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Unexpected Celebrity Veterans

November 8th, 2013 Seasonal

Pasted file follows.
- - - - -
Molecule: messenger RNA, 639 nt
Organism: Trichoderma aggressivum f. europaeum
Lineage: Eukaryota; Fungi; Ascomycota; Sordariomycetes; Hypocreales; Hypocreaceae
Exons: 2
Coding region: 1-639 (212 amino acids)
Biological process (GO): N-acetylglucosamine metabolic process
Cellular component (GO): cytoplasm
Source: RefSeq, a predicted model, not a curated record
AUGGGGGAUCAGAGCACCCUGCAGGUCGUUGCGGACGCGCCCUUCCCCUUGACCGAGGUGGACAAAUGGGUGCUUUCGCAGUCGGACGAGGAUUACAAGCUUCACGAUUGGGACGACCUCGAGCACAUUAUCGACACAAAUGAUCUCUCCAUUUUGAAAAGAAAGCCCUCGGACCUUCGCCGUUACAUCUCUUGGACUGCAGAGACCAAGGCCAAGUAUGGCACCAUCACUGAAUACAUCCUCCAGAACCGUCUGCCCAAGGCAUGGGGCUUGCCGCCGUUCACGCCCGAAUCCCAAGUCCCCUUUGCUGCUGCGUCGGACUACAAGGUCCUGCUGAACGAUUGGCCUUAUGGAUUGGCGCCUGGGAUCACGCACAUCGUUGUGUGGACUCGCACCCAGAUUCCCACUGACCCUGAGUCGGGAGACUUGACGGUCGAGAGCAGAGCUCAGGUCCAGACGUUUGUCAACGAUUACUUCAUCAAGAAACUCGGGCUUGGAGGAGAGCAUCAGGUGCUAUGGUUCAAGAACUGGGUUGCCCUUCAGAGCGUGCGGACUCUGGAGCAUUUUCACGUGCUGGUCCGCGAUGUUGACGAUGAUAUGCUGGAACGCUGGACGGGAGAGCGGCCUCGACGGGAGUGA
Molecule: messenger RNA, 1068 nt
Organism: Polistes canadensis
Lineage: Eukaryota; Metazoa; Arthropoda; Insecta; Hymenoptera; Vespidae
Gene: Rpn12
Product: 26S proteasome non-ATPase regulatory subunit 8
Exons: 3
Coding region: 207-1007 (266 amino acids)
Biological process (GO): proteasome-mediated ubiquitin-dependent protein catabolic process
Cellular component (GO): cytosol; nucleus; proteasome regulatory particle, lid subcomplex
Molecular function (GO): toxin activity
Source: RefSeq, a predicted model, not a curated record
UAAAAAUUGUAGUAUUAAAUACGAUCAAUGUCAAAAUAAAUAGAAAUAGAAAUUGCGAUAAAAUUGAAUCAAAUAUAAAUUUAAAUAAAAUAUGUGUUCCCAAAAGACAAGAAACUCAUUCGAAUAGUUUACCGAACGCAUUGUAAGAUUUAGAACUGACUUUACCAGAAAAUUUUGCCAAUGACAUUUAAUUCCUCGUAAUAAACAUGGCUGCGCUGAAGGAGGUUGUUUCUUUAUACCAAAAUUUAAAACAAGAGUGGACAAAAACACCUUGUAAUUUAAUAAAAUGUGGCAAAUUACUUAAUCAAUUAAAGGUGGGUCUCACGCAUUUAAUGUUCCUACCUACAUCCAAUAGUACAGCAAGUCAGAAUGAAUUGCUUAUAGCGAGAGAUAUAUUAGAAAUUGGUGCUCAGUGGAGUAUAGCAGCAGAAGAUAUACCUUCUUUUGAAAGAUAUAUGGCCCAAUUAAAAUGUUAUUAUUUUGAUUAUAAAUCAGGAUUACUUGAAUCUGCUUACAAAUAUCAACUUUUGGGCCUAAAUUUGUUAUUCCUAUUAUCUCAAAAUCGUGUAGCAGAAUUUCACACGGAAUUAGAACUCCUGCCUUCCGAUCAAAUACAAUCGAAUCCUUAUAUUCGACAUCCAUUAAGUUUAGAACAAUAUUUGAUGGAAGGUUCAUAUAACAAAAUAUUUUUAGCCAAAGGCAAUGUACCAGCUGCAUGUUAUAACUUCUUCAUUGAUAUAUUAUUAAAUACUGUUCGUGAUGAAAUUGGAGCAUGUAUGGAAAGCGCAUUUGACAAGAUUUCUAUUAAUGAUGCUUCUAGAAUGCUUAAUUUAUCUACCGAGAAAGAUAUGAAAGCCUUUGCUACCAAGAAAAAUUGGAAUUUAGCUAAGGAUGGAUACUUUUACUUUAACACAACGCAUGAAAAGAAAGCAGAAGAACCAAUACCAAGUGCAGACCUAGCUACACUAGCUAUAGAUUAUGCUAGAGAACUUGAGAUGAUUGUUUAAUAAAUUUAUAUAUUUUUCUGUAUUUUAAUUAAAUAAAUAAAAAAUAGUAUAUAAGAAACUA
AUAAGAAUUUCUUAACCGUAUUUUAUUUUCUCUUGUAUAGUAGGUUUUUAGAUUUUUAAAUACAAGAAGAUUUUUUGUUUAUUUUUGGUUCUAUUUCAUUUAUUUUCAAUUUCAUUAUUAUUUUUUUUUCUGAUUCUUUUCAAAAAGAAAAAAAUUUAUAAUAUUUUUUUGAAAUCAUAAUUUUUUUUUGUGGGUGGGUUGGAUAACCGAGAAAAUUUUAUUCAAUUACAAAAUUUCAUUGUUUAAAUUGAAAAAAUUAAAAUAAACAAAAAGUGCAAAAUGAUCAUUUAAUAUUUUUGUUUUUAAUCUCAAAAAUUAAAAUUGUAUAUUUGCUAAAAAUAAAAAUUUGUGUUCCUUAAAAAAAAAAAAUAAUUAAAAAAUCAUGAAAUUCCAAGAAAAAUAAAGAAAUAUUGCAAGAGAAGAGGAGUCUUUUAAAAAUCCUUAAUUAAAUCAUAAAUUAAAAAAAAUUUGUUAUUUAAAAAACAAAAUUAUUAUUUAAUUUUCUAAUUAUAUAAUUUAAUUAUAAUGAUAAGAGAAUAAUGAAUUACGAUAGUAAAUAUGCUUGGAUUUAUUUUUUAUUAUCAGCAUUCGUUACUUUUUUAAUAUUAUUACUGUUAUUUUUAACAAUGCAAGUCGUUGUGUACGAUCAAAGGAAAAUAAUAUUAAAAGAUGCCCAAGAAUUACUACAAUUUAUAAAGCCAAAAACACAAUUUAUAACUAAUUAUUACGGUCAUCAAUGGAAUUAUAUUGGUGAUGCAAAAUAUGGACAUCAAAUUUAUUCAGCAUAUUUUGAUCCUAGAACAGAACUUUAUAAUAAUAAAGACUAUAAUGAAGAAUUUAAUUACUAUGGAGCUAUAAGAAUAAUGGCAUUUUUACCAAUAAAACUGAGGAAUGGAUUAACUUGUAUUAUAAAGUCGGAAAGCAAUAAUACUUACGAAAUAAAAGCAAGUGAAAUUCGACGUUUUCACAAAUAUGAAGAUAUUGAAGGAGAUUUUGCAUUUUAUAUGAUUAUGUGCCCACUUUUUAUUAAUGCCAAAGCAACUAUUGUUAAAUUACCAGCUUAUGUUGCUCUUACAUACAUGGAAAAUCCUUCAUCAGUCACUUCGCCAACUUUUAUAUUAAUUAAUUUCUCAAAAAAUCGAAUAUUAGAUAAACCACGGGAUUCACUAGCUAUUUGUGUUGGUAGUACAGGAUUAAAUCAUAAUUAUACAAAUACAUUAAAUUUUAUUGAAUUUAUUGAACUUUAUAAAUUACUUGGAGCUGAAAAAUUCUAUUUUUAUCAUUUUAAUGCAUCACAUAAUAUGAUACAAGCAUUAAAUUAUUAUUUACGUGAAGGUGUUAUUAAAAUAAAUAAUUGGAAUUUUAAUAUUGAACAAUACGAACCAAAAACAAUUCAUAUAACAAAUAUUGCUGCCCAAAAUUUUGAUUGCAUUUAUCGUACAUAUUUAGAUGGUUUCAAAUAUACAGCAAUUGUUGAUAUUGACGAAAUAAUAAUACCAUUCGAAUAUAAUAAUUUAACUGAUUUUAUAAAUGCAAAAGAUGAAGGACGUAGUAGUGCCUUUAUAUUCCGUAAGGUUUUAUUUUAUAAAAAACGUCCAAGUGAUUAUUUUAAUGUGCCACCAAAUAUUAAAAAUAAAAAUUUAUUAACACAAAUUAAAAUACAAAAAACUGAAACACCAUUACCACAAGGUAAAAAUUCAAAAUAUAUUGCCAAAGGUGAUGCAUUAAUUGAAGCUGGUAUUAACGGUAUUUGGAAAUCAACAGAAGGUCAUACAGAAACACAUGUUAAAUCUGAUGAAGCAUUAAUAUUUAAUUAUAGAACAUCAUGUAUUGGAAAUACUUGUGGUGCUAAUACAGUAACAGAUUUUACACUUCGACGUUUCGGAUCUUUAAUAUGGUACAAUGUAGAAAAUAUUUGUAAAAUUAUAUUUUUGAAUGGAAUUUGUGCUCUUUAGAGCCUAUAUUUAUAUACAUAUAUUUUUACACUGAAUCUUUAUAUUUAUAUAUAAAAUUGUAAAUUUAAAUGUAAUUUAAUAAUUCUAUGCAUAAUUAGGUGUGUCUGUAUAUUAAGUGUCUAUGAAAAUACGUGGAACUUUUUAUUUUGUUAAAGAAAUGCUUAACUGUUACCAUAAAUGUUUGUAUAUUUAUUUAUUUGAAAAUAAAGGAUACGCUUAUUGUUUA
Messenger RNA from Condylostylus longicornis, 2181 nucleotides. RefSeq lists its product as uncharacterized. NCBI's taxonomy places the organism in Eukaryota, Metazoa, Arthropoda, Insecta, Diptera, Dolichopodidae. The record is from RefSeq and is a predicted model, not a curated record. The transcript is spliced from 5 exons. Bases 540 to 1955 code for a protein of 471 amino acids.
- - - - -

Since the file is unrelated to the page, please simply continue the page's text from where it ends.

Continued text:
What do Fear and Loathing in Las Vegas author Hunter S. Thompson and Golden Girls star Bea Arthur have in common? The country thanks both for them, and innumerable others, for their service in the U.S. armed forces on November 11 every year.  According to the Smoking Gun, although she denied it while she was alive, records show that Bea Arthur drove trucks and typed for Uncle Sam during World War II, as one of the earliest members of the Marine Corps Women's Reserve. As for Thompson, multiple biographical sources show that his stint in the Air Force wasn't by any means his most impressive lifetime accomplishment. He was dishonorably discharged in 1958, allegedly for ignoring proper military attire requirements and failing to respecting authority figures. However, Thompson wrote some of his earliest published work as the sports reporter for the Florida Air Force base, so the experience wasn't a complete loss. By no means are Thompson and Arthur the only two veterans who went onto fame and fortune. According to Military.com, noted comedian Drew Carey has his time in the Marine Corps Reserves to thank for his military-trim hairstyle. He remains known for performing his stand-up routine at USO tours. Carey isn't even close to the most famous comedian who enlisted for a tour of duty. A 19-year-old Bill Cosby worked as a hospital corpsman, helping to treat soldiers who had been wounded in the Korean War. Going back even further, the godfather of late-night TV, Johnny Carson, narrowly avoided combat in the World War II. According to Military.com, he was on his way to his first battle just as atomic bombs fell on two Japanese cities, which resulted in the end of the conflict.